Although it is an interesting read with some unique, funny and intense moments I recommend you wait to see if it is ever published again and the publisher puts "Special corrected proof edition" on the cover.
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on 6 December 2014
I do love it, with a few reservations. I love Chris Beckett's writing, his original mind, his ability to write such fluent and believable dialogue and to write science fiction that is also incisive and damning social commentary on the way we organise society today (even though in the universe mainly being written about it was organised in some fundamentally different ways). I thoroughly enjoyed this book, but the ending didn't quite hang together for me. I wonder if in another universe, if this novel hadn't been pulled together from 6 separate Chris Beckett short stories but written from scratch, whether it would have been ultimately more rounded, more satisfying as a story. Nevertheless, for me, it still deserves 5 stars!
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on 23 June 2015
This book takes the current world, almost as we know it and changes one thing - that a drug can allow people to move between different versions of the multi-verse. Aside from this it has interesting characters and takes a nice satirical swipe bob
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on 10 October 2014
Enjoyable read, people wrote they felt it was a short story padded to make a novel, really didn't have that experience myself.
The ending was very open ended, but it is about branching universes so all endings are possible.
Enjoying this author, liked the last book too.
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on 2 February 2014
I love his books
Have read them all
This is poorly edited and 4 times too long - i cannot recommend except in the manner that somone might buy early demo tapes
Still, it is Beckett and has moments of cleverness and social insight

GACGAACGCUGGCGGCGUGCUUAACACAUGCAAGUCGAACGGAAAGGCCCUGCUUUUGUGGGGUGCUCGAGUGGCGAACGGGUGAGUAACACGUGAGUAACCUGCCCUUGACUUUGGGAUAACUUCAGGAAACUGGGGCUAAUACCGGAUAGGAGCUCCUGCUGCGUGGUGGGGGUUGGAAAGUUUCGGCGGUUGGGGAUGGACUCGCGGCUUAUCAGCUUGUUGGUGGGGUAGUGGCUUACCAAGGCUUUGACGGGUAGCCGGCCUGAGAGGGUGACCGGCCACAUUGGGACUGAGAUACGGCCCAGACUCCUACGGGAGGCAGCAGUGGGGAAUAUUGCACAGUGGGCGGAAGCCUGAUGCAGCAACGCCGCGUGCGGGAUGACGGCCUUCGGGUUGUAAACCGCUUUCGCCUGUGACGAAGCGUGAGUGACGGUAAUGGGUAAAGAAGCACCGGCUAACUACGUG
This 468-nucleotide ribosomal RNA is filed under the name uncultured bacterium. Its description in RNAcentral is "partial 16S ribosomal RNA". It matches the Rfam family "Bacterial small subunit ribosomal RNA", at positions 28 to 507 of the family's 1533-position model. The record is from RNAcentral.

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on 6 March 2011
Science fiction is a great medium for exploring social issues and Marcher is an excellent example of this. The story draws on the `many worlds' theory (in which reality is composed of an infinite number of alternative worlds created by different choices) and revolves around attempts to stop people crossing between realities using a strange drug known as `slip'. This is interesting in itself, but there's a lot more to the novel.

Perhaps more fascinating is the setting - an England in which those who are on the margins of society are physically marginalised in euphemistically named `social inclusion zones' where their interests are guarded by armies of social workers and bureaucrats. Beckett is himself a social worker who now lectures in that field and has written several textbooks on the subject. This gives the social aspect of Marcher authenticity and the insight of one who knows the territory very well. Beckett's portrayal of this hyped up welfare state is less than flattering, and while it is more extreme than the forms of welfare prevalent in western societies today, there are also significant parallels.

Also fascinating is the psychological portrait of the novel's protagonist - an immigration officer who specialises in apprehending the illegal reality jumpers, known as `shifters'.

Together, the science fictional, social and psychological elements of Marcher form a thought-provoking novel that should be enjoyed by anyone who appreciates intelligent SF.
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on 14 September 2015
Interesting concept, well thought through. Writing is clean and keeps you engaged. The ending is oblique rather like the story. So many possibilities!
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on 29 December 2014
Thought it would be better, not a great end felt as/ if it was just beginning when it ended...please tell me there is a sequel